FORECASTING MOUNTAIN WEATHER is just as much an art as it is science. Complex terrain, massive elevation changes, and a wide variation between day and night temperatures complicate accurate prediction. The big storms synonymous with high-elevation landscapes are based on a few basic principles. The higher you go, the colder the temps and the thinner the air. That sparse air retains less warmth, and overall mountains are wetter than flatlands. Then throw in the fact that many ranges are the first large feature that incoming moisture from the ocean meets, and you’ve got a recipe for volatile and unexpected weather patterns.
Illness is the number one cause of failure on an expedition, but weather is a close second, and it’s not always in the form of a massive snow dump or rainstorm. Rain or running melt water can derail major rock missions, while hot weather combined with south-facing snow or serac-filled icefields can create a deadly scenario. Then there’s the weather effect on your multiple legs of travel. Flights get delayed, and roads get washed out. Beyond objective hazards and time delays, the conditions might make your climb impossible. It’s best to be mentally prepared for these disappointing situations, going in with low expectations. You can’t change the weather, but you can change your attitude. Weather predictions will never be 100% accurate, but here are few tools and pointers from experts Garrett Madison and Luke Smithwick to prepare you for the most capricious element of your expedition.
- Wispy Cirrus clouds usually signal bad weather in the near future.
- Puffy high-cumulus clouds indicate possible precipitation, but it’s often short-lived.
- The full moon is often the most stable period in the mountains.
- Strong winds or unusual warm temperatures in clear weather are signs of an incoming storm front.
- Clouds that move against the wind indicate deteriorating weather.
- Snow-forecast.com provides forecasts for ski resorts around the world, offering a solid indicator of general weather in the big ranges.
- Mountain Weather Forecasts provides weather conditions for more than 11,300 major summits worldwide. This is one of the best resources available.
- Mountain Weather covers North America’s Tetons, Mountain West, and Alaska.
- The Indian Himalayas bears the brunt of the summer monsoon. It is best visited in spring or fall.
- In the Nepal Himalayas, pre-monsoon (April-May) or post-monsoon (September-October) is a safe bet. Yet this range is so vast that there are many variables to consider. Off-season months are becoming more popular as climbers explore for climbing options outside the highest peaks.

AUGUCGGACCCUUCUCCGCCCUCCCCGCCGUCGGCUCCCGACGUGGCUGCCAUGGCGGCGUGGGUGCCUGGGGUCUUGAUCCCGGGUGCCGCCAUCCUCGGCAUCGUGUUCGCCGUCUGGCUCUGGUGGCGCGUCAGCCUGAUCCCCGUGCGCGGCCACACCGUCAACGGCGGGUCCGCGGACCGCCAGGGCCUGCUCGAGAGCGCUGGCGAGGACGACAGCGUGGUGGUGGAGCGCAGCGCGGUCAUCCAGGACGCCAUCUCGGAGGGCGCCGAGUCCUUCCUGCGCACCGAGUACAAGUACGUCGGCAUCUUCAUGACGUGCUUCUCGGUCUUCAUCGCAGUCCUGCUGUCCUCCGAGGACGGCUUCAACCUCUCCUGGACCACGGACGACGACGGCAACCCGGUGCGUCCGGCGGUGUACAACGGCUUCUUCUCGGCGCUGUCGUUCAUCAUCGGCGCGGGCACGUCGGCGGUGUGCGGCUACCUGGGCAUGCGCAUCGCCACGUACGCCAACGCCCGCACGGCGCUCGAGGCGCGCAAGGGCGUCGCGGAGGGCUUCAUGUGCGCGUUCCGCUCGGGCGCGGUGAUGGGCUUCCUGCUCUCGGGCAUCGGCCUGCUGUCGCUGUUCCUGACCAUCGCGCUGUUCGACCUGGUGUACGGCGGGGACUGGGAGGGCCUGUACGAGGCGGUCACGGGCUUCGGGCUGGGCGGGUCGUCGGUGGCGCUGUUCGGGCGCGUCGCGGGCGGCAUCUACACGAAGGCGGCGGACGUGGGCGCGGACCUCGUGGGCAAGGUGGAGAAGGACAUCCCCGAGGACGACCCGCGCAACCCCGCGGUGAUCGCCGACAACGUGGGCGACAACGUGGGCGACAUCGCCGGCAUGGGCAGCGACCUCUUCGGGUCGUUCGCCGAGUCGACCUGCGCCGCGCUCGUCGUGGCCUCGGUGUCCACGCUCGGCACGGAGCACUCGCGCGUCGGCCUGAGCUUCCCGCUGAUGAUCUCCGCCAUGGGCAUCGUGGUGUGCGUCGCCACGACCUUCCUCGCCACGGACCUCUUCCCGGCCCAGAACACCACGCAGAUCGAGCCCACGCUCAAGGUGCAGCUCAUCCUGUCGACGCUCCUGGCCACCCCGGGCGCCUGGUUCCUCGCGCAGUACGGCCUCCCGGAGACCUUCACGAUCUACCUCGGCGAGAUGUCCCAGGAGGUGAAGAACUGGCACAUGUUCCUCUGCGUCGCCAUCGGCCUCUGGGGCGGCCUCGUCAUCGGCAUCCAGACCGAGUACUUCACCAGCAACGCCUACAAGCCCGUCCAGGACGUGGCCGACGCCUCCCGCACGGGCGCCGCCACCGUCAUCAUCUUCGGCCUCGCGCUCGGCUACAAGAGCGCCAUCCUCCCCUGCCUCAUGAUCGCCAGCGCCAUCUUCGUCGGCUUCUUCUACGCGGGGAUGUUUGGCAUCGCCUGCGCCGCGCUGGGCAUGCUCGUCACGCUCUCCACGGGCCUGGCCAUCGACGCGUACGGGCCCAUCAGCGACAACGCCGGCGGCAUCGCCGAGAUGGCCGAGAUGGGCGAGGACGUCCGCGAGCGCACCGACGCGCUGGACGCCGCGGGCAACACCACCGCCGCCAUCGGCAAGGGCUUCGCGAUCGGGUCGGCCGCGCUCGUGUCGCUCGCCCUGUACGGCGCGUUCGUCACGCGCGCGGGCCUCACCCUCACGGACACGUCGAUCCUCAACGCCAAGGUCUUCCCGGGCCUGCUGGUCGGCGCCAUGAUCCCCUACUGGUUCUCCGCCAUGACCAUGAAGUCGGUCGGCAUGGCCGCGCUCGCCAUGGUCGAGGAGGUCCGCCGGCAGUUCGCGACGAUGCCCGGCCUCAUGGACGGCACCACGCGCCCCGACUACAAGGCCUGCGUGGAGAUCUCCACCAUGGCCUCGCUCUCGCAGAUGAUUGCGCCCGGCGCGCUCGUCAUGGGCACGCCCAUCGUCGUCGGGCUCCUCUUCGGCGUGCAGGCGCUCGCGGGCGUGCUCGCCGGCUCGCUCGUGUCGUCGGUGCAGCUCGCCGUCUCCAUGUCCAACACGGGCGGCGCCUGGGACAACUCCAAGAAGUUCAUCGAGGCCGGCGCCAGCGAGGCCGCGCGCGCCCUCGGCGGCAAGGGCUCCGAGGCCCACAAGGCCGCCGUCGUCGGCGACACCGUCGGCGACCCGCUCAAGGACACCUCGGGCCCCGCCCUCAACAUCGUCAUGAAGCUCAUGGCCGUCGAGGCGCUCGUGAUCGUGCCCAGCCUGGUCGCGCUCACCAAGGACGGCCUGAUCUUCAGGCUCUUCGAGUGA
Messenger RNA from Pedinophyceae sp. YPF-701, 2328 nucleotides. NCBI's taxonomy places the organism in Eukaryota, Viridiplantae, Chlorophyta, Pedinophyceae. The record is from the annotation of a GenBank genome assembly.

- Pakistan’s Karakoram Range is drier, with the season running from June to September with July and August being the most popular months. For all of the Himalaya, a lower altitude climb (or higher climbs for extreme masochists) benefits from stable weather in winter. This is a solid, albeit cold, option.
- Peaks in the Southern Hemisphere—the Andes and Patagonia—host their seasons in reverse of North America. Their summer is our winter, and vice versa.
- The Peruvian Andes has dry weather in the summer, and winter months seeing rain. Patagonia is best in North America’s winter months.
- The Alaska Range sees most expeditions occur in May and June.
- The Canadian Rockies is a year-round destination depending on the objective. In general, climb waterfall ice in winter, high-mountain technical alpine routes in spring and fall, and big alpine rock routes in summer.
- The Tetons and Sierra Nevada are generally summer destinations, with some activity in the spring and fall shoulder seasons.
If climbing in an obscure area, Luke Smithwick suggests adding at least a week to your itinerary to give time to observe the weather and have extra time if a storm rolls through basecamp. He says, “Having time is key because you're really working with what you see in the sky. I observe in shifts, so I'm always watching all these subtle variations. I'm very much into forecasting and deciding things myself without support from the outside because in the places I go, the outside doesn't really know.”
He suggests to read up on general weather patterns on the web, in guidebooks, and, if possible, seek advice. “In many of the places I visit, the weather varies so much from location to location because there’s always a subtle, local effect. If you're going to 8,000 meters, forecasters are pretty good at predicting windows of good weather. But below that it's really hard to forecast on a day-to-day basis beyond a 36-hour period. So I look at historic patterns and even call up a local farmer or guide.”
- Have the best gear on hand. “Get the best gear possible. Your life is worth it.”
- Pack so the gear is accessible. “Learn how to pack priority items like goggles and hard shell pants where you can get them out fast.”
- Learn to put it on and take it off. “You’ll need to be practiced in deploying your severe weather clothing quickly to stay warm and dry.”
- Practice your systems at home. “Test the same gear you’ll be using in the mountains. It’s extra work but well worth the effort.”
- Have a plan and itinerary.
- Be prepared to adjust the plan.”
- Nurse your psych and don’t spend time fretting over things you can’t change.
- Be patient.
- Be ready to go if the weather is good.